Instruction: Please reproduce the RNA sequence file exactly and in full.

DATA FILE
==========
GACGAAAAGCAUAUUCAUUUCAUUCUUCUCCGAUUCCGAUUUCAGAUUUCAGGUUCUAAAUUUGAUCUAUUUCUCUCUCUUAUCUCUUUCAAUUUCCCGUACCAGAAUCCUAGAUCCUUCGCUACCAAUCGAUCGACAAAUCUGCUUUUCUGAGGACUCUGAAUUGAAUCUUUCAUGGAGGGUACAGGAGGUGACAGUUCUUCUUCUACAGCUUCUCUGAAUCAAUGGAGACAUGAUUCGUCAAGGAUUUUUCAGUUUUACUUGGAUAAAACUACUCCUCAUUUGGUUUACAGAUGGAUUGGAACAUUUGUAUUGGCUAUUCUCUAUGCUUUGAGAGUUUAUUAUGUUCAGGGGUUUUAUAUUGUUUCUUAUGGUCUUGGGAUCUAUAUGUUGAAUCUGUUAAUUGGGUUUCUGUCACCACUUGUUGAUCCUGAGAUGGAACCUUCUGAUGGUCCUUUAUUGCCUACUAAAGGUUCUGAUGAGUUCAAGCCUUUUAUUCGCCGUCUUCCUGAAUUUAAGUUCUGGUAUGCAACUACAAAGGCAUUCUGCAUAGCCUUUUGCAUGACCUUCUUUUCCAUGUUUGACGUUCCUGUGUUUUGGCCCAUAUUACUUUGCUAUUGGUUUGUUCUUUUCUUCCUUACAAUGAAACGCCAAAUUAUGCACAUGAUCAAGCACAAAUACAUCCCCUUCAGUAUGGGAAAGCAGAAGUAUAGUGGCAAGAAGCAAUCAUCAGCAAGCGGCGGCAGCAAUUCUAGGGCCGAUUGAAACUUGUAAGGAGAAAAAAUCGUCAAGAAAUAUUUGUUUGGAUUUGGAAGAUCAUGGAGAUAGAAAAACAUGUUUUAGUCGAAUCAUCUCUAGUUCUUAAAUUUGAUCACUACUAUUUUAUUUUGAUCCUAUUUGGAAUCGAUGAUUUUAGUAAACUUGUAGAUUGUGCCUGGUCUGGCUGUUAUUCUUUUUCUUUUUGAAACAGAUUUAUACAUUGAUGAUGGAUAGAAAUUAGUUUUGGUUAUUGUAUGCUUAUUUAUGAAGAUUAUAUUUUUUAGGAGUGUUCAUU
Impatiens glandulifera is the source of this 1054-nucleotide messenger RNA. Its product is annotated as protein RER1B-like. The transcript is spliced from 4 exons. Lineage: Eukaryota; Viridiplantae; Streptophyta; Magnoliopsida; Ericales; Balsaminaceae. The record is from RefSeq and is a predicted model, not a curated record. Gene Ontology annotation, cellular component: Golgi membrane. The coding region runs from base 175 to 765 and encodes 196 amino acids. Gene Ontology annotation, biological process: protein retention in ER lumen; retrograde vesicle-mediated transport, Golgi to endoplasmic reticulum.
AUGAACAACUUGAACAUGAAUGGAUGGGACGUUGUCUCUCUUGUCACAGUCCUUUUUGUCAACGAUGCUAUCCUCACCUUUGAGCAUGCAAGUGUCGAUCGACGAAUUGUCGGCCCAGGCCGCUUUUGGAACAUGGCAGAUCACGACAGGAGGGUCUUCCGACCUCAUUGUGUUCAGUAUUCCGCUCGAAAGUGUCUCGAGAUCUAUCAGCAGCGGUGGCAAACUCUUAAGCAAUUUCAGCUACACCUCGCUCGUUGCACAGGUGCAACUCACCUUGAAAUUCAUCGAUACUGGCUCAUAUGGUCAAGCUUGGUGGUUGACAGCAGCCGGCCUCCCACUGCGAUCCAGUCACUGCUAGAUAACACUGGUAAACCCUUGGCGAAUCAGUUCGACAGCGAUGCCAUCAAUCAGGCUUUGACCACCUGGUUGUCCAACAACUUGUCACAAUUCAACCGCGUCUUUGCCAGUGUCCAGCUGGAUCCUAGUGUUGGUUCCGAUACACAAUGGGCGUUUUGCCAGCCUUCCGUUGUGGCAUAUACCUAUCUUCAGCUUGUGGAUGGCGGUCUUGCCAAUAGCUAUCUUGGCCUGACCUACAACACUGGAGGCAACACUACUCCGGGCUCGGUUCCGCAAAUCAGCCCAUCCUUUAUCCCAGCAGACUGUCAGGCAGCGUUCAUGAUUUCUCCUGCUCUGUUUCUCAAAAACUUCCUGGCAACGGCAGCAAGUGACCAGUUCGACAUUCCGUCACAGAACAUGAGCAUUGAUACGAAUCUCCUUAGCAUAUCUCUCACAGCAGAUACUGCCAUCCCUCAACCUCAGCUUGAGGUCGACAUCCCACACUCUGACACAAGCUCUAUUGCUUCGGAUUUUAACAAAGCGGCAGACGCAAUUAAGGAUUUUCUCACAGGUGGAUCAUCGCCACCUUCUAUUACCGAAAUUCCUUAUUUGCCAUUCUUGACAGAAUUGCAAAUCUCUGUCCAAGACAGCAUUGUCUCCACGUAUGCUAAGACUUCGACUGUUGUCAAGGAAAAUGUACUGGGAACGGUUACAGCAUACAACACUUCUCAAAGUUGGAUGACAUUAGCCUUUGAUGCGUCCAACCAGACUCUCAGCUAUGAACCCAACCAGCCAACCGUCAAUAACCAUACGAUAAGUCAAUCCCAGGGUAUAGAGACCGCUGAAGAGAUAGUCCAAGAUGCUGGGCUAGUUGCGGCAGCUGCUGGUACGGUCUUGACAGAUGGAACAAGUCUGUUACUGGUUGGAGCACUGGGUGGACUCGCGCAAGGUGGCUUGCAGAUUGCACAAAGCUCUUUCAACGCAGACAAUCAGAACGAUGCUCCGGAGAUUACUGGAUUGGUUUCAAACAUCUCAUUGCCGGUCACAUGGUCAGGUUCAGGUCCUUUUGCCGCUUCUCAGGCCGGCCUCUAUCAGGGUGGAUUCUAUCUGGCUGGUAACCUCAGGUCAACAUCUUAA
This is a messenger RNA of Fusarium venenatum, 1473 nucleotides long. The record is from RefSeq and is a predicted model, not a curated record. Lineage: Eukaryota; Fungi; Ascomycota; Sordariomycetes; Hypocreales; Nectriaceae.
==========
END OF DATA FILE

GACGAAAAGCAUAUUCAUUUCAUUCUUCUCCGAUUCCGAUUUCAGAUUUCAGGUUCUAAAUUUGAUCUAUUUCUCUCUCUUAUCUCUUUCAAUUUCCCGUACCAGAAUCCUAGAUCCUUCGCUACCAAUCGAUCGACAAAUCUGCUUUUCUGAGGACUCUGAAUUGAAUCUUUCAUGGAGGGUACAGGAGGUGACAGUUCUUCUUCUACAGCUUCUCUGAAUCAAUGGAGACAUGAUUCGUCAAGGAUUUUUCAGUUUUACUUGGAUAAAACUACUCCUCAUUUGGUUUACAGAUGGAUUGGAACAUUUGUAUUGGCUAUUCUCUAUGCUUUGAGAGUUUAUUAUGUUCAGGGGUUUUAUAUUGUUUCUUAUGGUCUUGGGAUCUAUAUGUUGAAUCUGUUAAUUGGGUUUCUGUCACCACUUGUUGAUCCUGAGAUGGAACCUUCUGAUGGUCCUUUAUUGCCUACUAAAGGUUCUGAUGAGUUCAAGCCUUUUAUUCGCCGUCUUCCUGAAUUUAAGUUCUGGUAUGCAACUACAAAGGCAUUCUGCAUAGCCUUUUGCAUGACCUUCUUUUCCAUGUUUGACGUUCCUGUGUUUUGGCCCAUAUUACUUUGCUAUUGGUUUGUUCUUUUCUUCCUUACAAUGAAACGCCAAAUUAUGCACAUGAUCAAGCACAAAUACAUCCCCUUCAGUAUGGGAAAGCAGAAGUAUAGUGGCAAGAAGCAAUCAUCAGCAAGCGGCGGCAGCAAUUCUAGGGCCGAUUGAAACUUGUAAGGAGAAAAAAUCGUCAAGAAAUAUUUGUUUGGAUUUGGAAGAUCAUGGAGAUAGAAAAACAUGUUUUAGUCGAAUCAUCUCUAGUUCUUAAAUUUGAUCACUACUAUUUUAUUUUGAUCCUAUUUGGAAUCGAUGAUUUUAGUAAACUUGUAGAUUGUGCCUGGUCUGGCUGUUAUUCUUUUUCUUUUUGAAACAGAUUUAUACAUUGAUGAUGGAUAGAAAUUAGUUUUGGUUAUUGUAUGCUUAUUUAUGAAGAUUAUAUUUUUUAGGAGUGUUCAUU
Impatiens glandulifera is the source of this 1054-nucleotide messenger RNA. Its product is annotated as protein RER1B-like. The transcript is spliced from 4 exons. Lineage: Eukaryota; Viridiplantae; Streptophyta; Magnoliopsida; Ericales; Balsaminaceae. The record is from RefSeq and is a predicted model, not a curated record. Gene Ontology annotation, cellular component: Golgi membrane. The coding region runs from base 175 to 765 and encodes 196 amino acids. Gene Ontology annotation, biological process: protein retention in ER lumen; retrograde vesicle-mediated transport, Golgi to endoplasmic reticulum.
AUGAACAACUUGAACAUGAAUGGAUGGGACGUUGUCUCUCUUGUCACAGUCCUUUUUGUCAACGAUGCUAUCCUCACCUUUGAGCAUGCAAGUGUCGAUCGACGAAUUGUCGGCCCAGGCCGCUUUUGGAACAUGGCAGAUCACGACAGGAGGGUCUUCCGACCUCAUUGUGUUCAGUAUUCCGCUCGAAAGUGUCUCGAGAUCUAUCAGCAGCGGUGGCAAACUCUUAAGCAAUUUCAGCUACACCUCGCUCGUUGCACAGGUGCAACUCACCUUGAAAUUCAUCGAUACUGGCUCAUAUGGUCAAGCUUGGUGGUUGACAGCAGCCGGCCUCCCACUGCGAUCCAGUCACUGCUAGAUAACACUGGUAAACCCUUGGCGAAUCAGUUCGACAGCGAUGCCAUCAAUCAGGCUUUGACCACCUGGUUGUCCAACAACUUGUCACAAUUCAACCGCGUCUUUGCCAGUGUCCAGCUGGAUCCUAGUGUUGGUUCCGAUACACAAUGGGCGUUUUGCCAGCCUUCCGUUGUGGCAUAUACCUAUCUUCAGCUUGUGGAUGGCGGUCUUGCCAAUAGCUAUCUUGGCCUGACCUACAACACUGGAGGCAACACUACUCCGGGCUCGGUUCCGCAAAUCAGCCCAUCCUUUAUCCCAGCAGACUGUCAGGCAGCGUUCAUGAUUUCUCCUGCUCUGUUUCUCAAAAACUUCCUGGCAACGGCAGCAAGUGACCAGUUCGACAUUCCGUCACAGAACAUGAGCAUUGAUACGAAUCUCCUUAGCAUAUCUCUCACAGCAGAUACUGCCAUCCCUCAACCUCAGCUUGAGGUCGACAUCCCACACUCUGACACAAGCUCUAUUGCUUCGGAUUUUAACAAAGCGGCAGACGCAAUUAAGGAUUUUCUCACAGGUGGAUCAUCGCCACCUUCUAUUACCGAAAUUCCUUAUUUGCCAUUCUUGACAGAAUUGCAAAUCUCUGUCCAAGACAGCAUUGUCUCCACGUAUGCUAAGACUUCGACUGUUGUCAAGGAAAAUGUACUGGGAACGGUUACAGCAUACAACACUUCUCAAAGUUGGAUGACAUUAGCCUUUGAUGCGUCCAACCAGACUCUCAGCUAUGAACCCAACCAGCCAACCGUCAAUAACCAUACGAUAAGUCAAUCCCAGGGUAUAGAGACCGCUGAAGAGAUAGUCCAAGAUGCUGGGCUAGUUGCGGCAGCUGCUGGUACGGUCUUGACAGAUGGAACAAGUCUGUUACUGGUUGGAGCACUGGGUGGACUCGCGCAAGGUGGCUUGCAGAUUGCACAAAGCUCUUUCAACGCAGACAAUCAGAACGAUGCUCCGGAGAUUACUGGAUUGGUUUCAAACAUCUCAUUGCCGGUCACAUGGUCAGGUUCAGGUCCUUUUGCCGCUUCUCAGGCCGGCCUCUAUCAGGGUGGAUUCUAUCUGGCUGGUAACCUCAGGUCAACAUCUUAA
This is a messenger RNA of Fusarium venenatum, 1473 nucleotides long. The record is from RefSeq and is a predicted model, not a curated record. Lineage: Eukaryota; Fungi; Ascomycota; Sordariomycetes; Hypocreales; Nectriaceae.